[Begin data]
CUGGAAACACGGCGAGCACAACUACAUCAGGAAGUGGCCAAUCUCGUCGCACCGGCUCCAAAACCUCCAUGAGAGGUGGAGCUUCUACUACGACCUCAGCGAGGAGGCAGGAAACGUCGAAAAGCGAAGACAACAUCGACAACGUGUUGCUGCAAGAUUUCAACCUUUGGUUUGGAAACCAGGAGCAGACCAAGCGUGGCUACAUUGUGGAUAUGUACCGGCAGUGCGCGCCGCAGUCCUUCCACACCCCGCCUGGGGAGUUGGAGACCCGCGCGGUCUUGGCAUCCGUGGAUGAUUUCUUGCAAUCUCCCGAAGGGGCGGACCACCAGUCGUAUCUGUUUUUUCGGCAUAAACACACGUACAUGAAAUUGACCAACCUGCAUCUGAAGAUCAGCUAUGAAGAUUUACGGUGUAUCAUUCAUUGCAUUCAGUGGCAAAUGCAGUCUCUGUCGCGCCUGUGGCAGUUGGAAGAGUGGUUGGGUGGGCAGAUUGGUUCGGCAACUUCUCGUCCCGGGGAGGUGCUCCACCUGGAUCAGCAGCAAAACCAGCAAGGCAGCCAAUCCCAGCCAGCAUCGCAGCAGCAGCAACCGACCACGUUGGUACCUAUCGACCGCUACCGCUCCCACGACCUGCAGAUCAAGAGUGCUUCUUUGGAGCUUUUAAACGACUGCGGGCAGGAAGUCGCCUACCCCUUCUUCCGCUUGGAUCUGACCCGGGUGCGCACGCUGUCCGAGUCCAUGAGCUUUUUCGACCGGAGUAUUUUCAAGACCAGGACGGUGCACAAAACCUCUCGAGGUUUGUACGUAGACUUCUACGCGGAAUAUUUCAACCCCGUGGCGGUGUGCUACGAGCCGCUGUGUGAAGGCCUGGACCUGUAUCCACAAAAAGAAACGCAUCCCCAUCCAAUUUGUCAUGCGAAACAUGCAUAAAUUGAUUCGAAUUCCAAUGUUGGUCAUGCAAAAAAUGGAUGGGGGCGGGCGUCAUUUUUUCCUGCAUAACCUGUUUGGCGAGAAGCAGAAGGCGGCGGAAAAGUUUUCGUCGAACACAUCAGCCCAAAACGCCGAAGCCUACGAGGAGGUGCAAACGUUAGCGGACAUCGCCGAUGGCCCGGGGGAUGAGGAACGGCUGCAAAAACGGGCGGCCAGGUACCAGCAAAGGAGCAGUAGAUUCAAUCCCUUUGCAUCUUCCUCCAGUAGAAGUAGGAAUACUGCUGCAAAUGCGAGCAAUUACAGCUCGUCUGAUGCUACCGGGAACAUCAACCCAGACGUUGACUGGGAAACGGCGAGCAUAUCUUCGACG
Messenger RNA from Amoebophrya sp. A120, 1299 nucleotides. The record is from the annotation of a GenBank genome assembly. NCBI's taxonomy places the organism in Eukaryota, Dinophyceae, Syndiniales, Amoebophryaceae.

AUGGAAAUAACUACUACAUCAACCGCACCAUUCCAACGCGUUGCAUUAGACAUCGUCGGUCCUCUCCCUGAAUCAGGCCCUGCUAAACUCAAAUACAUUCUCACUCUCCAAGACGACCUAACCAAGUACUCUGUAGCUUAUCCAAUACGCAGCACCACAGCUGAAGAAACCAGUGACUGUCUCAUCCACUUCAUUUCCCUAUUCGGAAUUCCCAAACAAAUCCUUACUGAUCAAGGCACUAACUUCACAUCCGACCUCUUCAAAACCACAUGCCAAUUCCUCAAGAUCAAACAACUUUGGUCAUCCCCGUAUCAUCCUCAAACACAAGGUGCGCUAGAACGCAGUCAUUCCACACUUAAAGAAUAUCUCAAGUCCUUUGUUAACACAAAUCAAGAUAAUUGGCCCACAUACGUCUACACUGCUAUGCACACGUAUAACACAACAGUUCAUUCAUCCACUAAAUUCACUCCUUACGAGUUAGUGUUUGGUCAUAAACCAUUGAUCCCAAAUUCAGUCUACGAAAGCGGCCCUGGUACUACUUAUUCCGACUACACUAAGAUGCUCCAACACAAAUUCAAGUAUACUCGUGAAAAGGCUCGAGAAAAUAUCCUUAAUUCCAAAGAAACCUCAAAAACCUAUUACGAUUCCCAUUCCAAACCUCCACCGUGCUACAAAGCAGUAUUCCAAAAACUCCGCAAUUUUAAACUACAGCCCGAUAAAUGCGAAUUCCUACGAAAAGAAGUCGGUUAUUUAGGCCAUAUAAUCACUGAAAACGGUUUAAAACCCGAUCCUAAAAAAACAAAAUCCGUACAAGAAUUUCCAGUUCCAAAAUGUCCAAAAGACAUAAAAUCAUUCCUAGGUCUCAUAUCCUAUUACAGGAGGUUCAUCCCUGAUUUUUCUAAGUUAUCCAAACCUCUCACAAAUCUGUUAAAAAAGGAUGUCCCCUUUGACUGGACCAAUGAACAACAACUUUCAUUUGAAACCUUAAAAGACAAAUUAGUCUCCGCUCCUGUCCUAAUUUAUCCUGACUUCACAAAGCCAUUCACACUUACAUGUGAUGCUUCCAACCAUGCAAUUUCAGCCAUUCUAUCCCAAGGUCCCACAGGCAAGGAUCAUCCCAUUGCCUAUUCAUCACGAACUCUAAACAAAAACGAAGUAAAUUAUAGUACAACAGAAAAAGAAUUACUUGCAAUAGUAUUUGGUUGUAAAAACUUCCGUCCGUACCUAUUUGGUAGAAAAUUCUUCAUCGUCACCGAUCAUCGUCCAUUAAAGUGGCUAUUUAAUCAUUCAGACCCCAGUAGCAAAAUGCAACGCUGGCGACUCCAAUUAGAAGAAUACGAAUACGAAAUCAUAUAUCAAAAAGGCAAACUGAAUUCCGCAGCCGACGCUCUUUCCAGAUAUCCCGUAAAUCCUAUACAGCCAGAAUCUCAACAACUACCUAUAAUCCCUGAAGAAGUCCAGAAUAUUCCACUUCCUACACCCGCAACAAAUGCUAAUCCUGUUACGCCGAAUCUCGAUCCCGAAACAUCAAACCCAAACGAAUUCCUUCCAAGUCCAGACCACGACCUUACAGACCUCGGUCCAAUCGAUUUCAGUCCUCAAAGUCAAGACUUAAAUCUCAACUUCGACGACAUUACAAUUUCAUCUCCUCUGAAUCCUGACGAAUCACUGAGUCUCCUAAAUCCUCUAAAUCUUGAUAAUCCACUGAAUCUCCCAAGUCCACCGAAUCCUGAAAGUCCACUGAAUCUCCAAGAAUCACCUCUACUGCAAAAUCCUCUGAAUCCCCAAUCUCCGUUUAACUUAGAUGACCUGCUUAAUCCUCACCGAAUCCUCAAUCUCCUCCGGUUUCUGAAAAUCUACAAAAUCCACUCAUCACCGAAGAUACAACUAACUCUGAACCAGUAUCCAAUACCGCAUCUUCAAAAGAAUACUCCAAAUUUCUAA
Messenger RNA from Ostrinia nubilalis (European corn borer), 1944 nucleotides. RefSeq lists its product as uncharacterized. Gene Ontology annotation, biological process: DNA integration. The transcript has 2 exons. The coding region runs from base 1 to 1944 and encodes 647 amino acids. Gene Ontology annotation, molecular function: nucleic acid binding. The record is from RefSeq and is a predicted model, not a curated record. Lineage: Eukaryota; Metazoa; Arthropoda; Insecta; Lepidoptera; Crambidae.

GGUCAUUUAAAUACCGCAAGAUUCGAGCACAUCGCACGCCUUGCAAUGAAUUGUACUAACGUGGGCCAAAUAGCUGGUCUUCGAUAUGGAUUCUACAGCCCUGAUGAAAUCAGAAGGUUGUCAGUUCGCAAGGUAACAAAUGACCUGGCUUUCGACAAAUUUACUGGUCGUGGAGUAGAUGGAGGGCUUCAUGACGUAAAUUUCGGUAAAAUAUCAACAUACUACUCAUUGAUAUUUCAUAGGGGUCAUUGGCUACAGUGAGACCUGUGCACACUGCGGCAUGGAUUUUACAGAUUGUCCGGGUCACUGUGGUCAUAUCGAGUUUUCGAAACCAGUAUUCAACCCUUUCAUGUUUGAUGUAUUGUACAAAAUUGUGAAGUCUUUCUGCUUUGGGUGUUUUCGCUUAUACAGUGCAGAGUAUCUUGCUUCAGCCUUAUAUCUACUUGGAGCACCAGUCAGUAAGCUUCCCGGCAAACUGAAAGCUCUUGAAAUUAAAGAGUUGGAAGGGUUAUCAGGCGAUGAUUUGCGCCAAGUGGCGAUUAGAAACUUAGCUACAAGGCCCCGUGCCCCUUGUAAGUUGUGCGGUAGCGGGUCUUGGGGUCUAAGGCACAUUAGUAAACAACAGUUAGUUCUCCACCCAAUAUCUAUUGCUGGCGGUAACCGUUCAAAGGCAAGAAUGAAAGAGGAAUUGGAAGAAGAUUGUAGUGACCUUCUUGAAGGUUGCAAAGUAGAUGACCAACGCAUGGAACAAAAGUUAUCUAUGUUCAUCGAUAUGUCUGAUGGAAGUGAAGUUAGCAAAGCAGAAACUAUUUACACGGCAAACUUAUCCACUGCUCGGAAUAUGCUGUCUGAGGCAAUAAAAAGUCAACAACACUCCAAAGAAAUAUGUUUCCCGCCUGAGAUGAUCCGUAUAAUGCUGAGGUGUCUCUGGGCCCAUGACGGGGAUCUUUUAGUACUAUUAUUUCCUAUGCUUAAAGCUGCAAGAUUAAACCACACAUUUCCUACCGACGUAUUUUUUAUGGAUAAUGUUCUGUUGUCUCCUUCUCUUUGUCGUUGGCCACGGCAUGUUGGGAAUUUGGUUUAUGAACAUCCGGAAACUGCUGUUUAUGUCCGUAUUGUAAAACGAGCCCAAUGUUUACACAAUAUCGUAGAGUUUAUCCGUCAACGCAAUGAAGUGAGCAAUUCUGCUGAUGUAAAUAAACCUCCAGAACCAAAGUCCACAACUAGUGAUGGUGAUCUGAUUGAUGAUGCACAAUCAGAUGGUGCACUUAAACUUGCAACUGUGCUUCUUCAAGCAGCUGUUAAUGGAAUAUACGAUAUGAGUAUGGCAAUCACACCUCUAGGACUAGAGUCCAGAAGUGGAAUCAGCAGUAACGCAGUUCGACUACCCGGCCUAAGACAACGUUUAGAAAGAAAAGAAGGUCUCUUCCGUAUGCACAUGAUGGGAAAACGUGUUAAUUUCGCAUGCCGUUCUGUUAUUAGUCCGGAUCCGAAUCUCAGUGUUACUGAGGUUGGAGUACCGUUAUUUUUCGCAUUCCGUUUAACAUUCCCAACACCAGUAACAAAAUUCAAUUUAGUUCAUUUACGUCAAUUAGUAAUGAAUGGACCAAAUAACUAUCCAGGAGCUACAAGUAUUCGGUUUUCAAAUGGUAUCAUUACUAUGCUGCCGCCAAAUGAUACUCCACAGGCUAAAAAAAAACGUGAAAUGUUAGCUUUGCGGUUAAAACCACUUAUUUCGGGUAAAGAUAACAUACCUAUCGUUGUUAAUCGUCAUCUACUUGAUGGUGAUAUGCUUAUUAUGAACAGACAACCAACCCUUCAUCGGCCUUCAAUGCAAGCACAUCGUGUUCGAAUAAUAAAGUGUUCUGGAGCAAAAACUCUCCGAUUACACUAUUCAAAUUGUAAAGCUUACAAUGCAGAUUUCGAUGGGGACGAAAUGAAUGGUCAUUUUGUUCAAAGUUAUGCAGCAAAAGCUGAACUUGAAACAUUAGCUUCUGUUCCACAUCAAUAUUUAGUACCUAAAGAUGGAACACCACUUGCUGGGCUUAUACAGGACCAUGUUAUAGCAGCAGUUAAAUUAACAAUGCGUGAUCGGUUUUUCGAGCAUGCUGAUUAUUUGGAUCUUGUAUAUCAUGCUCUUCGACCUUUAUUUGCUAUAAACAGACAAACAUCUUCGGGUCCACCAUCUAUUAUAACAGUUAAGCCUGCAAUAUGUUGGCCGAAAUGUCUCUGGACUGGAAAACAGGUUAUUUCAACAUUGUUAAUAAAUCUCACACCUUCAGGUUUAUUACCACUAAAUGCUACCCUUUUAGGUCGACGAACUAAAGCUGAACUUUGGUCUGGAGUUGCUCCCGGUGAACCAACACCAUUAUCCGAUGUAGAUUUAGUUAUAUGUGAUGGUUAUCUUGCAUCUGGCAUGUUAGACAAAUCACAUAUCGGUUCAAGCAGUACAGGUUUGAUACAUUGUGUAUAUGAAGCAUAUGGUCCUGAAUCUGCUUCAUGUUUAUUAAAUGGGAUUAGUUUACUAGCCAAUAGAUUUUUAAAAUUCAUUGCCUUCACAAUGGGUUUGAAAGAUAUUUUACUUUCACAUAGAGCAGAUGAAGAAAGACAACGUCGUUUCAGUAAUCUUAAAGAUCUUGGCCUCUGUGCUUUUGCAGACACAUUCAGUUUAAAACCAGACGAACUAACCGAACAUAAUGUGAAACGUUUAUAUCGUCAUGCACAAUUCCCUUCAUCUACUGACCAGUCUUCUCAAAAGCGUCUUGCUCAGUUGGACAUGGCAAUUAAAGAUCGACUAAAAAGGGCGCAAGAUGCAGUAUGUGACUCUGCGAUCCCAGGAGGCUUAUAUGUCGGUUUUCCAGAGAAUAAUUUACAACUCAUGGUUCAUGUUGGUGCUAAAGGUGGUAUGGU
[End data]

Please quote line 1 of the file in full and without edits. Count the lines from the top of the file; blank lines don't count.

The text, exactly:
CUGGAAACACGGCGAGCACAACUACAUCAGGAAGUGGCCAAUCUCGUCGCACCGGCUCCAAAACCUCCAUGAGAGGUGGAGCUUCUACUACGACCUCAGCGAGGAGGCAGGAAACGUCGAAAAGCGAAGACAACAUCGACAACGUGUUGCUGCAAGAUUUCAACCUUUGGUUUGGAAACCAGGAGCAGACCAAGCGUGGCUACAUUGUGGAUAUGUACCGGCAGUGCGCGCCGCAGUCCUUCCACACCCCGCCUGGGGAGUUGGAGACCCGCGCGGUCUUGGCAUCCGUGGAUGAUUUCUUGCAAUCUCCCGAAGGGGCGGACCACCAGUCGUAUCUGUUUUUUCGGCAUAAACACACGUACAUGAAAUUGACCAACCUGCAUCUGAAGAUCAGCUAUGAAGAUUUACGGUGUAUCAUUCAUUGCAUUCAGUGGCAAAUGCAGUCUCUGUCGCGCCUGUGGCAGUUGGAAGAGUGGUUGGGUGGGCAGAUUGGUUCGGCAACUUCUCGUCCCGGGGAGGUGCUCCACCUGGAUCAGCAGCAAAACCAGCAAGGCAGCCAAUCCCAGCCAGCAUCGCAGCAGCAGCAACCGACCACGUUGGUACCUAUCGACCGCUACCGCUCCCACGACCUGCAGAUCAAGAGUGCUUCUUUGGAGCUUUUAAACGACUGCGGGCAGGAAGUCGCCUACCCCUUCUUCCGCUUGGAUCUGACCCGGGUGCGCACGCUGUCCGAGUCCAUGAGCUUUUUCGACCGGAGUAUUUUCAAGACCAGGACGGUGCACAAAACCUCUCGAGGUUUGUACGUAGACUUCUACGCGGAAUAUUUCAACCCCGUGGCGGUGUGCUACGAGCCGCUGUGUGAAGGCCUGGACCUGUAUCCACAAAAAGAAACGCAUCCCCAUCCAAUUUGUCAUGCGAAACAUGCAUAAAUUGAUUCGAAUUCCAAUGUUGGUCAUGCAAAAAAUGGAUGGGGGCGGGCGUCAUUUUUUCCUGCAUAACCUGUUUGGCGAGAAGCAGAAGGCGGCGGAAAAGUUUUCGUCGAACACAUCAGCCCAAAACGCCGAAGCCUACGAGGAGGUGCAAACGUUAGCGGACAUCGCCGAUGGCCCGGGGGAUGAGGAACGGCUGCAAAAACGGGCGGCCAGGUACCAGCAAAGGAGCAGUAGAUUCAAUCCCUUUGCAUCUUCCUCCAGUAGAAGUAGGAAUACUGCUGCAAAUGCGAGCAAUUACAGCUCGUCUGAUGCUACCGGGAACAUCAACCCAGACGUUGACUGGGAAACGGCGAGCAUAUCUUCGACG